Personally, I think his most remarkable record was the 20,000 women he claimed to have shagged (in his biography). Since he was a stat guy, he may have hired someone to keep score. Chamberlain was a lifelong bachelor--some have suggested that he may have been gay and the 20,000 girl story was his cover. True or not, if you work the numbers, and I'm not a math whiz, he would have bagged 400 girls (one-night stands) per year for a period of 50 years--Chamberlain died in 1999 at age 63. We haven't considered the fact that he may have liked some of those girls and saw them on several occasions. As you can see, he was a busy guy off the court as well. Tiger Woods has a long way to go to break that record.


The Denver Nuggets squared off against the Detroit Pistons in Denver on December 13, 1983. We know that in Denver, the Mile High City, baseballs seem to fly farther, but I don't know how that would affect basketball. Nevertheless, the teams combined for 370 total points in a triple-overtime thriller. Detroit won 186-184. They combined to shoot 57% from the field. The Box Score is as follows:

Tripucka 14 7-9 5 35 English 18 11-13 4 47
Levingston 1 0-0 6 2 Vanderweghe 21 9-11 3 51
Laimbeer 6 5-9 4 17 Issel 11 6-8 3 28
Thomas 18 10-19 5 47 Williams 3 3-4 6 9
Long 18 5-6 4 41 Dunn 3 1-2 6 7
Johnson 4 4-5 4 12 Evans 7 2-2 6 16
Tyler 8 2-3 3 18 Hancock 0 2-2 6 2
Benson 0 0-0 3 0 Schayes 0 11-12 4 11
Tolbert 1 1-4 4 3 Carter 0 0-0 0 0
Cureton 3 3-5 5 9 Anderson 5 2-3 4 13
Russell 1 0-0 1 2 Dennard 0 0-0 1 0
Thirdkill 0 0-0 1 0
TOTAL 74 37-60 44 186 TOTAL 68 48-57 43 184

DETROIT 38 36 34 37 14 12 15--186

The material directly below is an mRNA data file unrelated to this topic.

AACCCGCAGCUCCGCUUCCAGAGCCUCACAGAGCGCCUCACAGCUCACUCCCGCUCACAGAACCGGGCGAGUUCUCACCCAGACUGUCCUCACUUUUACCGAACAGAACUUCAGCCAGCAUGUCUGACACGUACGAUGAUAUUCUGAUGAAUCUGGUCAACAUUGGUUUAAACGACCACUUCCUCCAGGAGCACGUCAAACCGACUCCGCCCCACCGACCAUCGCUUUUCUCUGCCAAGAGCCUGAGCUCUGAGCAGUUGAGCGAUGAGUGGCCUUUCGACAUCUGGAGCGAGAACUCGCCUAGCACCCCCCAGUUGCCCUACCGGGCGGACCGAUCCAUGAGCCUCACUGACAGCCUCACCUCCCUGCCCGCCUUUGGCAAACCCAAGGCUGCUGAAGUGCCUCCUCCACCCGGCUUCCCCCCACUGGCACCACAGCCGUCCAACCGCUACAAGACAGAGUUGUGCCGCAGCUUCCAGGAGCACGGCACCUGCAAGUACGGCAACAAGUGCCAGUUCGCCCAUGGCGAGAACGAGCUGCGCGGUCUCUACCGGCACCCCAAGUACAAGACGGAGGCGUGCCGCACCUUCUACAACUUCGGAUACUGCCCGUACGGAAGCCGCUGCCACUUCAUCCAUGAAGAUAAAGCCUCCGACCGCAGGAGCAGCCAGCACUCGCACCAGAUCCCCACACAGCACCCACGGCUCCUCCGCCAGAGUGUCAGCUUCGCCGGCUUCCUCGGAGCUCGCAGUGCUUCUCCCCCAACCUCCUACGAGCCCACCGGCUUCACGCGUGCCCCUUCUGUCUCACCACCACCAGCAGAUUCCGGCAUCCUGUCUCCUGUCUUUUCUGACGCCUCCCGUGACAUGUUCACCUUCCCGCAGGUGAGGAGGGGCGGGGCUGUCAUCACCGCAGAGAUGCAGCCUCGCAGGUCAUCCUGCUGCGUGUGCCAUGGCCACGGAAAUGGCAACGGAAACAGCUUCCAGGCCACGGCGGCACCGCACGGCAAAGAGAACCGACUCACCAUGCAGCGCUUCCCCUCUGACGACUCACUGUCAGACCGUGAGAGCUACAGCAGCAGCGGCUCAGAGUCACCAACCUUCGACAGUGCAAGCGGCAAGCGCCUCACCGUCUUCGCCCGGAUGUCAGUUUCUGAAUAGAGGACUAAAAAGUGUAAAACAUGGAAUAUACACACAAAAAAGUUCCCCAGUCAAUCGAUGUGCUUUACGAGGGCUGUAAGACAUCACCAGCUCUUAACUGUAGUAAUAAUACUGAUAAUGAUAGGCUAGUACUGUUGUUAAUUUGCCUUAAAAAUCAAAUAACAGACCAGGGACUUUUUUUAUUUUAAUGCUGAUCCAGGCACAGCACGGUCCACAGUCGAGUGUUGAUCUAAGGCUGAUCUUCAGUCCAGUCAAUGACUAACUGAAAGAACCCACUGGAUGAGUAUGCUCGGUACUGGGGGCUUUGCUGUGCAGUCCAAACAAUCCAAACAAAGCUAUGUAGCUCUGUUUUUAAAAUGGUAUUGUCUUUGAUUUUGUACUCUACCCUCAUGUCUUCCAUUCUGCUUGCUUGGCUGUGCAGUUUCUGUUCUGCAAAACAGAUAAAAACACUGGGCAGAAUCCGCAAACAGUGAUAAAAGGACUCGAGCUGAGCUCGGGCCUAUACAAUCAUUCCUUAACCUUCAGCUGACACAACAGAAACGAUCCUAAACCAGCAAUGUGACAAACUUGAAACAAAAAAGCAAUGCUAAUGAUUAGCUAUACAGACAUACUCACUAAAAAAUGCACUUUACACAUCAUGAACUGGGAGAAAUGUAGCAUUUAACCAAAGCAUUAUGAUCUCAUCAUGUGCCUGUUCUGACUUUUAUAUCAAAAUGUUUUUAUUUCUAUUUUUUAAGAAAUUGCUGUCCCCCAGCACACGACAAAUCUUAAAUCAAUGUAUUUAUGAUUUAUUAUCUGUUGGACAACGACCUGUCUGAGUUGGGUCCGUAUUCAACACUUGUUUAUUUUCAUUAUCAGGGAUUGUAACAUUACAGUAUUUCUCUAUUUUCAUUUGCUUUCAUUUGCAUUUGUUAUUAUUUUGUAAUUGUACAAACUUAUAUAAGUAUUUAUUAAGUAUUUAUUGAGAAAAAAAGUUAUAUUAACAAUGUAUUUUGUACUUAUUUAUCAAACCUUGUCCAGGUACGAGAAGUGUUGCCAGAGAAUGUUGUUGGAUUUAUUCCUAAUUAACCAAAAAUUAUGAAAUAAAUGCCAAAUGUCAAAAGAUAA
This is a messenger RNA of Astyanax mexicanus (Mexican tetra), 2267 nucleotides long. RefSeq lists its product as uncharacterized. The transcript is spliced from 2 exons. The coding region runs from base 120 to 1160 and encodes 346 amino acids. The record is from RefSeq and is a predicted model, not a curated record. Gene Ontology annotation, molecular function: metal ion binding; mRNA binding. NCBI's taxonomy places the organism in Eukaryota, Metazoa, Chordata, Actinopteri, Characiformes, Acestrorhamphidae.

DENVER 34 40 39 32 14 12 13--184

Each team had 1 three-point field goal.

As you can see, it was a pretty exciting game. The Nuggets, under Coach Doug Moe, were known for pushing the ball up the court. They averaged over 123 points per game and scored more than 140 points in many games. The Pistons were no slouches themselves. Although in the late 1980's they won two championships as a relatively low scoring defensive force under Coach Chuck Daly, the 1983-84 version rang up 117 points per game.

The lead in the game swung back and forth, and with seconds remaining, and the Pistons trailing 145-142, Bill Laimbeer was fouled and went to the line for 2 free throws. He sank the first and intentionally missed the second. Isiah Thomas stormed up the lane to tip in the missed free throw to send the game into overtime. In the first OT, Denver took a 5 point lead, but Detroit came roaring back as Isiah hit his team's only 3-pointer to tie the game.

In the second OT, Kelly Tripucka scored all 12 points for the Pistons. Interviewed after the game, he admitted that he was motivated to get out of there because he was afraid all the restaurants would be closed because the game went on so long. But the Nuggets weren't going down so easily. Finally, in the third OT, Detroit was finally able to grab the lead. Denver closed to the final score with their only trey of the game, by Richard Anderson. It was the only game in NBA history in which 4 players scored more than 40 points each.

The high scorer in the game was Kiki Vanderweghe, whose claim to fame was genetic--his father, Ernie had starred in the NBA, and his mother, Colleen was Miss America in 1952. Alex English scored 47. Although the Nuggets stars were prolific scorers, they were considered defensive liabilities. According to the aforementioned Bill Simmons, "The Basketball Guy", Larry Bird used to destroy those guys, along with the Pistons' Kelly Tripucka (whose father was an NFL quarterback). Simmons said that if Bird had played in their division of the NBA, he would have added 3 points per game to his average.